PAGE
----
Good and Fugly founder, Richard Tourino discusses how he’s fighting Australia’s food waste problem one box at a time.
For Richard and his team, the amount of food waste in Australia is a massive focus. Good and Fugly aims to reduce this problem while providing customers with delicious and fresh local produce.
What inspired you to launch Good and Fugly?
After learning how bad our food waste problem is in Australia and around the world, I wanted to make the biggest social and environmental impact I could. In Australia, we throw away 3.1 million tonnes of food a year, and 25% of our national produce doesn’t even leave the farm. I knew there was a better way to handle our food waste. That’s where Good and Fugly comes in. We deliver boxes of rejected fruit and veg straight to customer’s doorsteps every week, direct from farmers.
How did your experience at GoGet help you to build the Good and Fugly brand?
Building a national brand and a new category —car sharing— offered so many practical, ethical and visionary insights into how you bring customers and the community along for a sustainability journey. It’s definitely informing my work at Good & Fugly.
It’s safe to say that Good and Fugly has been very successful so far. Were you expecting such quick results? How does it feel to be making an impact?
We have been blown away by the response. We knew there were many people who wanted to take constructive action against food waste, but we have been really heartened by the commitment to the fight and the expression of love for the Fugly brand. And we aren’t alone. We’ve been connecting with amazing partners like Cornersmith and Tumbleweed, as well as supporting OZ Harvest in their work and, most of all, discovering our farmers who for the most part have been deprived of an important voice in the food waste fight.
Tell me about the Farmer’s Hotline. How important is it to create connections with Australian farmers and producers?
The Farmer’s Hotline is a practical response to a huge supply chain problem. How do you help farmers and rescue fuglies when the system favours supermarket supply chains? The Farmer’s hotline is an attempt to address this problem and build a great option for farmers in need. They call us, and we take their cosmetically rejected produce for a fair price, delivering it straight to our customers.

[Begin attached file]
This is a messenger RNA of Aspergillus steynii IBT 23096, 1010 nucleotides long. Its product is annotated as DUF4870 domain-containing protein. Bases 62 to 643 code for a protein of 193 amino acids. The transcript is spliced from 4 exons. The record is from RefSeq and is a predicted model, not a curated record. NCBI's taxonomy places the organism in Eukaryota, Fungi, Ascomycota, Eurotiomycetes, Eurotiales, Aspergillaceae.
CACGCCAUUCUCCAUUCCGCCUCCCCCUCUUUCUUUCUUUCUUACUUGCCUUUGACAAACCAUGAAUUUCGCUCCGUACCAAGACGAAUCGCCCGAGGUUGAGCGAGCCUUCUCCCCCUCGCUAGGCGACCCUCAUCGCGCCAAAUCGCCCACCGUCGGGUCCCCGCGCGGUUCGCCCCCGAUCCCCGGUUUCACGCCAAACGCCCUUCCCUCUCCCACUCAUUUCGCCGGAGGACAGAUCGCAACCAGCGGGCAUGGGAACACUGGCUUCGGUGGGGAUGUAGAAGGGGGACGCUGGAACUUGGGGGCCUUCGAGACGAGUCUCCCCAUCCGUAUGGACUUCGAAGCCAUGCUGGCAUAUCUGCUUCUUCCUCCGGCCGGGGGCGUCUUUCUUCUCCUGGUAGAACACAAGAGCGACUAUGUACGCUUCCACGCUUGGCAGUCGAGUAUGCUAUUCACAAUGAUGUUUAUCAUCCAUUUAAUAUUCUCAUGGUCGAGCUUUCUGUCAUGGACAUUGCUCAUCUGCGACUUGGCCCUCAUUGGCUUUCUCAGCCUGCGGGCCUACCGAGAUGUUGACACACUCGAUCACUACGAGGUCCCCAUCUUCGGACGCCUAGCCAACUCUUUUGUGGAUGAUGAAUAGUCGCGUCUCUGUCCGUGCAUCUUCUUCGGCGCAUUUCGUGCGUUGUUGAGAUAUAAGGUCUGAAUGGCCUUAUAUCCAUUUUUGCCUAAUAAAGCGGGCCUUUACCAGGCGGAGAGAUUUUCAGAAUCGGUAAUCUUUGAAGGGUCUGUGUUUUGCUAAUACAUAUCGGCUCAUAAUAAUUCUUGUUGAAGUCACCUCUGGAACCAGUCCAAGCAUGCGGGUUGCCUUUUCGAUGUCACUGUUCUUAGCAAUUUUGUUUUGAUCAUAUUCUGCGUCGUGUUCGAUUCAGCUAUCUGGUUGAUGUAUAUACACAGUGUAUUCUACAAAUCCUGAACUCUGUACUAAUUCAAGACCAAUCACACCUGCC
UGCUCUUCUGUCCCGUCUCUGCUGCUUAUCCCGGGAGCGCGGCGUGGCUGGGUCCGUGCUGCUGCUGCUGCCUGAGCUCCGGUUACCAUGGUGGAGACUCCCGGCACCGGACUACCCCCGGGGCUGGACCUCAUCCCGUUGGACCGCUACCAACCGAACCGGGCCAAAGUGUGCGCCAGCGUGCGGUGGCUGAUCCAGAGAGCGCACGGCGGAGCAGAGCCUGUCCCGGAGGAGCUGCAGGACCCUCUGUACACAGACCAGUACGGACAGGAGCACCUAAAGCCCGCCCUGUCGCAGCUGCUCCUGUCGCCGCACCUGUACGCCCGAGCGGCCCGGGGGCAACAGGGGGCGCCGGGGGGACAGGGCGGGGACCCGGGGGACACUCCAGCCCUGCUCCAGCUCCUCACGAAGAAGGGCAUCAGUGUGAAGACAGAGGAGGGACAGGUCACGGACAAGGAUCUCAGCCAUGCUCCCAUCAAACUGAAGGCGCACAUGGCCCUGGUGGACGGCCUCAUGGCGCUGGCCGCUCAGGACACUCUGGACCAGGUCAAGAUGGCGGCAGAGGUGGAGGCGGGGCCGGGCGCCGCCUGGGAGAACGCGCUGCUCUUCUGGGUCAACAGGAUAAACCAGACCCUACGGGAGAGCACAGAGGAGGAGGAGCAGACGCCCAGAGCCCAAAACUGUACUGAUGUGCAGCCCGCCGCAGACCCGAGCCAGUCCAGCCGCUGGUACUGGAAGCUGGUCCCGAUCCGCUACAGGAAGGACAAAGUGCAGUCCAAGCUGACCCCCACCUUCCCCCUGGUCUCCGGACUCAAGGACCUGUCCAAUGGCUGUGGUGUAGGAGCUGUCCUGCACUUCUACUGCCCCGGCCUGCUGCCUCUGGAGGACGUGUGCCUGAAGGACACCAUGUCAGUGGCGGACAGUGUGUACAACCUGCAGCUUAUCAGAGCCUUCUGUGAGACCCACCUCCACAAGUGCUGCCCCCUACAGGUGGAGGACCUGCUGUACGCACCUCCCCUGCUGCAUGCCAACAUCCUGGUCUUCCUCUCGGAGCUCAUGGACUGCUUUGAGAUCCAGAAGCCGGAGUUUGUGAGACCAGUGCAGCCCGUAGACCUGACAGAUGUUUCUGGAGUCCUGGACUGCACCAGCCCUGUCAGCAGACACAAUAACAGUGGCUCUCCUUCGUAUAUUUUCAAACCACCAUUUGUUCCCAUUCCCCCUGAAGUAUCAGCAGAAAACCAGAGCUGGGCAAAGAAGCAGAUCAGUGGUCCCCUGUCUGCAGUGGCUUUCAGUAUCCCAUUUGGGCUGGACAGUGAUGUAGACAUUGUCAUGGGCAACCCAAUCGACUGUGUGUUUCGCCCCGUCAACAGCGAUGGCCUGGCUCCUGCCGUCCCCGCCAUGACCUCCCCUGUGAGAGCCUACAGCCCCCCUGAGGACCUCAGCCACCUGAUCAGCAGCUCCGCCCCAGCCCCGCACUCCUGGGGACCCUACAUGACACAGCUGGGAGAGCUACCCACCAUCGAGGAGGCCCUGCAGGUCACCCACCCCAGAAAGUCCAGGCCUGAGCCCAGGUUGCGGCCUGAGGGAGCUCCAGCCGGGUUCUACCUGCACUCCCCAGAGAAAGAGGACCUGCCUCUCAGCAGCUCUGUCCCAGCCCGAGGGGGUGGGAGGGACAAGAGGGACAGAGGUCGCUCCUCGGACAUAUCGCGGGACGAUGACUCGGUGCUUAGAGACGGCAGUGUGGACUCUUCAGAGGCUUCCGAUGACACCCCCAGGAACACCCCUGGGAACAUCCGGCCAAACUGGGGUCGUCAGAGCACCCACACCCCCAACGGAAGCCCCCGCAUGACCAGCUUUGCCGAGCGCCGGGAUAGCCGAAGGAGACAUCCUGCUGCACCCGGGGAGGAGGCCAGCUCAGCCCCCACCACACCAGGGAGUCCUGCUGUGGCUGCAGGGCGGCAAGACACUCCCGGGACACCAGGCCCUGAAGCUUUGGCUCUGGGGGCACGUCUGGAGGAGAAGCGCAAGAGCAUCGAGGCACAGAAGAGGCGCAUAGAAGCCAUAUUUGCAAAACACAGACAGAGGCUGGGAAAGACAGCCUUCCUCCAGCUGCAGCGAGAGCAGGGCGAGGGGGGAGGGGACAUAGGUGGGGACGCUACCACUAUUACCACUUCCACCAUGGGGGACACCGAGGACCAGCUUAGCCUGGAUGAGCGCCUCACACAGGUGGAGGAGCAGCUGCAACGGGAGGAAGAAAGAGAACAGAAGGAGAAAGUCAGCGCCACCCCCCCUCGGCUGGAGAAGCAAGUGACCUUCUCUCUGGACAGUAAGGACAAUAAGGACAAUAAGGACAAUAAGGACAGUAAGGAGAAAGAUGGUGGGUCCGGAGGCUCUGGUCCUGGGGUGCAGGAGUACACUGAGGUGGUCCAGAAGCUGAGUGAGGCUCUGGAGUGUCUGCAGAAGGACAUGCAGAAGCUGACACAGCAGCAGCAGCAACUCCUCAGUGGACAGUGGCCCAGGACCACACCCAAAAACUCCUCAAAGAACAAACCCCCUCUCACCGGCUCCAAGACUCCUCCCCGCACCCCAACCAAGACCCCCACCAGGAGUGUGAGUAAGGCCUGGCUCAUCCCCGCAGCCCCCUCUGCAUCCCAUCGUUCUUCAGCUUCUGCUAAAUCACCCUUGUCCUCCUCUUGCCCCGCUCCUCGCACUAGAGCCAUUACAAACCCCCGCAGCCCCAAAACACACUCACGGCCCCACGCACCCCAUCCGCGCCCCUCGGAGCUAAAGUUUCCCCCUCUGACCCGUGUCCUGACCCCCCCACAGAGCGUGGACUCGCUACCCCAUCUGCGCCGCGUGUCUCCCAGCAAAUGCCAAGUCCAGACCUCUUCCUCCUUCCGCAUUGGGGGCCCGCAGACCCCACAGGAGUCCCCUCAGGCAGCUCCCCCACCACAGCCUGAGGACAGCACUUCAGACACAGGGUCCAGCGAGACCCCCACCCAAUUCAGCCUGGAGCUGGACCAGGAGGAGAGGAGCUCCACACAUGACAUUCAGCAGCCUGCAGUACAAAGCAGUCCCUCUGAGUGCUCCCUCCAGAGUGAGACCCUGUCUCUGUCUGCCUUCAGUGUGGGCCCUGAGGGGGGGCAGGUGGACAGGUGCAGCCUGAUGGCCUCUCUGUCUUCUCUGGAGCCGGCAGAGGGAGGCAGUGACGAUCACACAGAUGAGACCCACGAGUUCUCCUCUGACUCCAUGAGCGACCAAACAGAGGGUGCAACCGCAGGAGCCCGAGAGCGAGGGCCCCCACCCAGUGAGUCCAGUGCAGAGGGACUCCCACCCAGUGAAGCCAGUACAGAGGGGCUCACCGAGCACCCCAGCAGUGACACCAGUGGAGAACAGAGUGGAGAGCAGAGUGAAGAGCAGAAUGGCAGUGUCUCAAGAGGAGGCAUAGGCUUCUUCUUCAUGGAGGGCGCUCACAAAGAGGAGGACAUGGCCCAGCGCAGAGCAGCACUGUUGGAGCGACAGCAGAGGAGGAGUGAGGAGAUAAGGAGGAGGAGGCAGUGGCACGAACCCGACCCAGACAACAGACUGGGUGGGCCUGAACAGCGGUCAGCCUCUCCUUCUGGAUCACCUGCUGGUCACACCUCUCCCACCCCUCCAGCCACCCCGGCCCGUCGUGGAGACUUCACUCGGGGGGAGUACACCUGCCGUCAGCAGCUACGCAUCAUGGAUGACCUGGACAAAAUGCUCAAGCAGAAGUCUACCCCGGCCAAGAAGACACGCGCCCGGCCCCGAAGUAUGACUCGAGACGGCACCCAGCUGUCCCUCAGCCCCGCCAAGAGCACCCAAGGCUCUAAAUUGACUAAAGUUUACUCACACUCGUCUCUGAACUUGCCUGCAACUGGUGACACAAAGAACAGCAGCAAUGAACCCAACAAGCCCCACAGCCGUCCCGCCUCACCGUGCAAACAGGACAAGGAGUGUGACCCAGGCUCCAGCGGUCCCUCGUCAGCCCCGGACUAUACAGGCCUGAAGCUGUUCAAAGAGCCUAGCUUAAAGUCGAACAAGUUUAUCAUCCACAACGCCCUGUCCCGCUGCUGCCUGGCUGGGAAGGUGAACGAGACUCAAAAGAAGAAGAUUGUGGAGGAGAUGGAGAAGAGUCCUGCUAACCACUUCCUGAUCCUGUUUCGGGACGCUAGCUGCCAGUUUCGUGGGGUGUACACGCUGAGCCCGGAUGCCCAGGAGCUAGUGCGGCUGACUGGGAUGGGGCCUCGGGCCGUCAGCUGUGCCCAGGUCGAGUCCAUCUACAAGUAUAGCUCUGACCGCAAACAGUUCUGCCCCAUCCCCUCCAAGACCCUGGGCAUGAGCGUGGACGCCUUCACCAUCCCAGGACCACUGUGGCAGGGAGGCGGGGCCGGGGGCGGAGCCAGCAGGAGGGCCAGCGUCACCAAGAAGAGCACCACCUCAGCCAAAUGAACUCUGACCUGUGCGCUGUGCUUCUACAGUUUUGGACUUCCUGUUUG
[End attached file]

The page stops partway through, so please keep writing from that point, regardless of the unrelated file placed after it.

What feedback have you received from customers? Do you think Good and Fugly is changing the way we interact with food waste?
The feedback from our customers has been very strong. They love the concept, they love fuglies, they want to support our farmers. Yes, I think we’re changing the way people appreciate food and think about food waste. Our hope is that they see the connection between their food and farmers, water use, landfill effects, and to their own health and wellbeing. We’re doing a lot of things, including working with our Chief Nutrition Officer, Cailie Ford, to do this.
How will the crowdfunding campaign help with Good and Fugly’s mission?
So far, the response to our crowdfund has been amazing. Our EOI is currently live and the team at Birchal have said that the interest has been totally unprecedented. It’s a great way to kick off our campaign. The crowdfunding will support our mission in a big way to bring the fight against food waste national. We care about every investor dollar, and make sure not a cent goes to waste.
What is next for Good and Fugly? What are you hoping to achieve in the future?
Our mission has been simple from the start: put an end to food waste. This is a huge challenge, but if we can change the conversation so that there is no longer a price disparity between fugly and “perfect” fruit and veg, we’ll know that our message is being heard.
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